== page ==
Trump in Brussels. European Commission, February 2016.

It is bad form for commenters on politics to devote column inches to the dissection of the work of other commenters on politics. This is particularly true when one has already done so fairly recently. But the falling away of the last of the Republican challengers to Donald Trump has occasioned such paroxysms of despair among the right-wing commentariat that one simply cannot resist the opportunity to troll.

David Brooks, who (along with Ross Douthat) is the furthest rightward figure in the stable of commentators at the New York Times, has of late been singing in mournful tones about the death of their Republican Party. At a time like this I think it only right and just to join them for a few choruses.

In his writings for the Times, and his appearances on television, Brooks affects a demeanor of stern, objective, seriousness, which unfortunately has the effect of making him come off with all the avuncular gravitas of a junior high science instructor. But he can be counted on to give voice to a certain moderate version of Reaganite conservatism. His column of 29 April (“If Not Trump, What?”) provides, if somewhat uncomprehendingly and accidentally, quite a decent summary of exactly why the Republican Party is currently in the process of choking on its own vomit.

Ever-committed to the apposite statistic, Brooks notes the results of a Pew Research Poll that found that “75 percent of Trump voters say that life has gotten worse for people like them over the last half century.” Given that Trump’s voter base skews heavily white, male, and over 40 (and their demographically similar marriage partners), it’s not at all surprising that this should be the case. In fact, this is objectively true in a number of senses.

At a very basic level, the disintegration of the manufacturing economy in this country, accelerated and intensified by a commitment to neoliberalism shared, to one degree or another, by both parties, has hit the white, male, breadwinner where it hurts. Unlike their forebears who came of age during the postwar boom, white males no longer have access to stable, long term employment, no matter what sort of obsequious gestures they are willing to make to their social betters. Both the Democrats and the Republicans have for decades offered up unrestrained free trade as a nostrum, one that would compensate for a lost job here or there with economic prosperity for all. This, along with a large helping of racist and nationalist dog whistles, has been the strategy par excellence of the Republican Party. To a great extent it is the bankruptcy of this policy that is currently coming home to roost.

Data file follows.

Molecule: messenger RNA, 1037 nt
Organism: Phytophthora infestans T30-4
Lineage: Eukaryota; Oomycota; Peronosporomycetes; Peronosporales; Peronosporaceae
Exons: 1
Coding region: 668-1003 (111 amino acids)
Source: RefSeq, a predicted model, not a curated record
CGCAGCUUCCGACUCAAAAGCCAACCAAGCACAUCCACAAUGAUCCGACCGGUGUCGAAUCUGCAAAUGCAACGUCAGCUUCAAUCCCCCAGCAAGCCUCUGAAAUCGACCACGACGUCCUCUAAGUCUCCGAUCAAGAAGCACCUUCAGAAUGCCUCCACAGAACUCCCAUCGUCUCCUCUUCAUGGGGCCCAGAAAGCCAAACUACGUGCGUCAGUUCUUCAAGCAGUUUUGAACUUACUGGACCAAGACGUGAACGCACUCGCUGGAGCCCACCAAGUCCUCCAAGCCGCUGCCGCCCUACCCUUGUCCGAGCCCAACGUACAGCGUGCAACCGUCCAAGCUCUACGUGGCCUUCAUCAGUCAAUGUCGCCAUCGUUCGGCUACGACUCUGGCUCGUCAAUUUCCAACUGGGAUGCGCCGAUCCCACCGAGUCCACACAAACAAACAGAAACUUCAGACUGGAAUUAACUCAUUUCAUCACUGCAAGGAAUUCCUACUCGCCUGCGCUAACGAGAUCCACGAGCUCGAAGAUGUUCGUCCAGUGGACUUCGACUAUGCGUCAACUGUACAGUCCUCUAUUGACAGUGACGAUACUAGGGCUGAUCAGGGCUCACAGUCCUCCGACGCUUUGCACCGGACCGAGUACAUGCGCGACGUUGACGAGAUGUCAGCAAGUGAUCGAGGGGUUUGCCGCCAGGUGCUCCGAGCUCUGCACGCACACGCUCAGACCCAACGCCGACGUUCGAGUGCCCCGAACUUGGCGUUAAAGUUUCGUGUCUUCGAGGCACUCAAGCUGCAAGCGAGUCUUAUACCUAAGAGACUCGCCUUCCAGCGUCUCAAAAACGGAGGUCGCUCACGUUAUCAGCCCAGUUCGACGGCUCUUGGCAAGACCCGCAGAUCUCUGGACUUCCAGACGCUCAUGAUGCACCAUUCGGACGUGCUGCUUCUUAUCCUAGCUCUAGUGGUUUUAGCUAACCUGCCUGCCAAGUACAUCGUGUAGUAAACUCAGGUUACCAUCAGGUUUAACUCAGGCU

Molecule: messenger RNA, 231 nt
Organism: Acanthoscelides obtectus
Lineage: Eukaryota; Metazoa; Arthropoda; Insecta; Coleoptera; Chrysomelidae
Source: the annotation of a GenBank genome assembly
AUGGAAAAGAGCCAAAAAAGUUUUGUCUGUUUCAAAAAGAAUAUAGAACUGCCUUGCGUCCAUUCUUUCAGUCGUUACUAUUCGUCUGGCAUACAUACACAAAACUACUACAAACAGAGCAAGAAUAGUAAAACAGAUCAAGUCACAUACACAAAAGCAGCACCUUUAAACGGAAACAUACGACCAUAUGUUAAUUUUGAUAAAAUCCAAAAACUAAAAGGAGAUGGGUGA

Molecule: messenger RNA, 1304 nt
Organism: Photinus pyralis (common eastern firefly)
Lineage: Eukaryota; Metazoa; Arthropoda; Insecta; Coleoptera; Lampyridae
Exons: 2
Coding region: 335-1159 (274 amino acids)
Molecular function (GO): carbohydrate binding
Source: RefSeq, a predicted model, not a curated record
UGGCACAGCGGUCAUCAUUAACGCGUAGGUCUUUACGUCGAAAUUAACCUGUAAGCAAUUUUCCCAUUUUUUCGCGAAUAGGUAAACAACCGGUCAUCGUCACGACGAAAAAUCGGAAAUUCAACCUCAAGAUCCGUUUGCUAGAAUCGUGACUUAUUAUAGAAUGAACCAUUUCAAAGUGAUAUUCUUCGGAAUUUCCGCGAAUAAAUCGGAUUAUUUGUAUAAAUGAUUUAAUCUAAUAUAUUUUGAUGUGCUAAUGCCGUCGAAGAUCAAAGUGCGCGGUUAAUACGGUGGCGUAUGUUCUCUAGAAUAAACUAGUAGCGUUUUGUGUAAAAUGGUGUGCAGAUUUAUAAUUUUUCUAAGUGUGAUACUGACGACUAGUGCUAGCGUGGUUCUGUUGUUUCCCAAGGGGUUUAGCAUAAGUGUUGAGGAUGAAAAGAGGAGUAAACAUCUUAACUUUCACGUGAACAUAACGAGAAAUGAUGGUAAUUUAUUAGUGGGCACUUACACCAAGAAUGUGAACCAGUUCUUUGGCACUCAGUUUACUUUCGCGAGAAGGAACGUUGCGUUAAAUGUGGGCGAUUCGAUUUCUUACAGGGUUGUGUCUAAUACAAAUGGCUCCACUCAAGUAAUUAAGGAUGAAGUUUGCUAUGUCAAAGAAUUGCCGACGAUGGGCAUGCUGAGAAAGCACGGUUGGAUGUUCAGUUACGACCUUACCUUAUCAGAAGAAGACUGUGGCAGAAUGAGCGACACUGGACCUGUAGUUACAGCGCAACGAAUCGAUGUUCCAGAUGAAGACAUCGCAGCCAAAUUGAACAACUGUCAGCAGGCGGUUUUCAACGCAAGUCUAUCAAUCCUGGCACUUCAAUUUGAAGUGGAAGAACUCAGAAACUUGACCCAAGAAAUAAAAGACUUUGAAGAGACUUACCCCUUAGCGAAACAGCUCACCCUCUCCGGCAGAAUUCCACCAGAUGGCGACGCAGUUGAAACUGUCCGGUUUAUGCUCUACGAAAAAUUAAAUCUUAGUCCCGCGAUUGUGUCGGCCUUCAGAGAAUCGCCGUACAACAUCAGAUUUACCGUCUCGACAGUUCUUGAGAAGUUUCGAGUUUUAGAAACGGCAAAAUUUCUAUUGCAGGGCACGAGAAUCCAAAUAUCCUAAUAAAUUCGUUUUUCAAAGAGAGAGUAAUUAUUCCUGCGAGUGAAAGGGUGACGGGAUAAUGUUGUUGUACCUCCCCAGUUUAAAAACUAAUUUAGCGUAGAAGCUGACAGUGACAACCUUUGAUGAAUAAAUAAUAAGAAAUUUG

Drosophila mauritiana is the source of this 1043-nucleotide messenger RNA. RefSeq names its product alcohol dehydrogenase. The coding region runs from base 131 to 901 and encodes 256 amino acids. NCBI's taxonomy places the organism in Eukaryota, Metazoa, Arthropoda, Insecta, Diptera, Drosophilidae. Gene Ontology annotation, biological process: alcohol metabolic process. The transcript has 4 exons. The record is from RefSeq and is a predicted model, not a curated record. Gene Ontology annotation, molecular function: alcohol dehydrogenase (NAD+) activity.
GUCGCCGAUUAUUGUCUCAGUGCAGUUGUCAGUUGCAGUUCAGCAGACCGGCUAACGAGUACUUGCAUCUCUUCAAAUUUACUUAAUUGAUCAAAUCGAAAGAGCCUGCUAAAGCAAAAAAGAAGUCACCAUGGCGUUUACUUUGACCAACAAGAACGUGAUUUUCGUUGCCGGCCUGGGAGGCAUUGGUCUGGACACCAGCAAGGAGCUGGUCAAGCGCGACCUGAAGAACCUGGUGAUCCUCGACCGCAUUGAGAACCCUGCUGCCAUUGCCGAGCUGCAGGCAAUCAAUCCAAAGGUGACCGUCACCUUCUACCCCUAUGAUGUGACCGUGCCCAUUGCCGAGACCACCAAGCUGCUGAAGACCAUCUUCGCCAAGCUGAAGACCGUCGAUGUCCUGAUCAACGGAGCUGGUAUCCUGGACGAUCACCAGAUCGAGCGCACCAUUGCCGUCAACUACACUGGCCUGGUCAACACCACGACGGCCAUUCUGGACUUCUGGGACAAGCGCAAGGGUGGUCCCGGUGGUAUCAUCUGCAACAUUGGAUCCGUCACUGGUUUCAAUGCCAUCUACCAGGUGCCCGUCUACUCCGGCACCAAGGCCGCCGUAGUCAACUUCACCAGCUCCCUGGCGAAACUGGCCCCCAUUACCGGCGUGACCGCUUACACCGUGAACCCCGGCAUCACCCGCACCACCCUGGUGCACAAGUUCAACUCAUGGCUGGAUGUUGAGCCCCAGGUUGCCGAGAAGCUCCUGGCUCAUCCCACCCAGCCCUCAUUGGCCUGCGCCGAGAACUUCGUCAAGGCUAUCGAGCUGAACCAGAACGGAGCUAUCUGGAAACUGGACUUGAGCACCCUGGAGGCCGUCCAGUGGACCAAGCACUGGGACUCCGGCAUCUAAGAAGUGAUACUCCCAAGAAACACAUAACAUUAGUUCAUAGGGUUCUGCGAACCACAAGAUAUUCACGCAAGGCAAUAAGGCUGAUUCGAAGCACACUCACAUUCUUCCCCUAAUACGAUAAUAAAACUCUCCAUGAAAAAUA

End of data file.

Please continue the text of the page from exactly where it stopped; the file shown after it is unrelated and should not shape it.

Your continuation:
Skepticism abroad. Turin, 2012.

Skepticism abroad. Turin, 2012.

It might also be mentioned here that another factor in the current white male angst now gripping the Republican electorate is the broad social consequences of the rise of movements for racial and gender liberation in the 1960s and 1970s. Non-whites and women are now in a much better position to claim the competitive benefits guaranteed to them in the constitution, and if it must be conceded that we still have a long way to go to achieve an actually just society, it is nonetheless the case that a great deal of progress has been made. In large measure this progress has been made at the expense of the white male hegemony that was the coin of the realm (so to speak) in the United States from the time of its founding. From the perspective of white males this process, which is really only a move toward balancing the scales, must seem (and in many respects is) a diminution of their traditional social power. And so we are confronted with the unappetizing spectacle of Trump voters, raised on the power to victimize now bleating about being victims.

Brooks goes to claim (probably correctly) that “social trust is at historic lows” and then cites the work of the former Creighton theology professor and current First Things magazine editor R. R. Reno to argue that we are experiencing “a crisis of solidarity.” This is also probably true, depending on exactly what sort of solidarity is being discussed. What Reno and Brooks mean to indicate is the loss of a common commitment to society running throughout social class, one that presumably existed at some point in the past. Putting aside the latter issue, it is fair to say that they are right. But the real question is: what (or who) is at fault?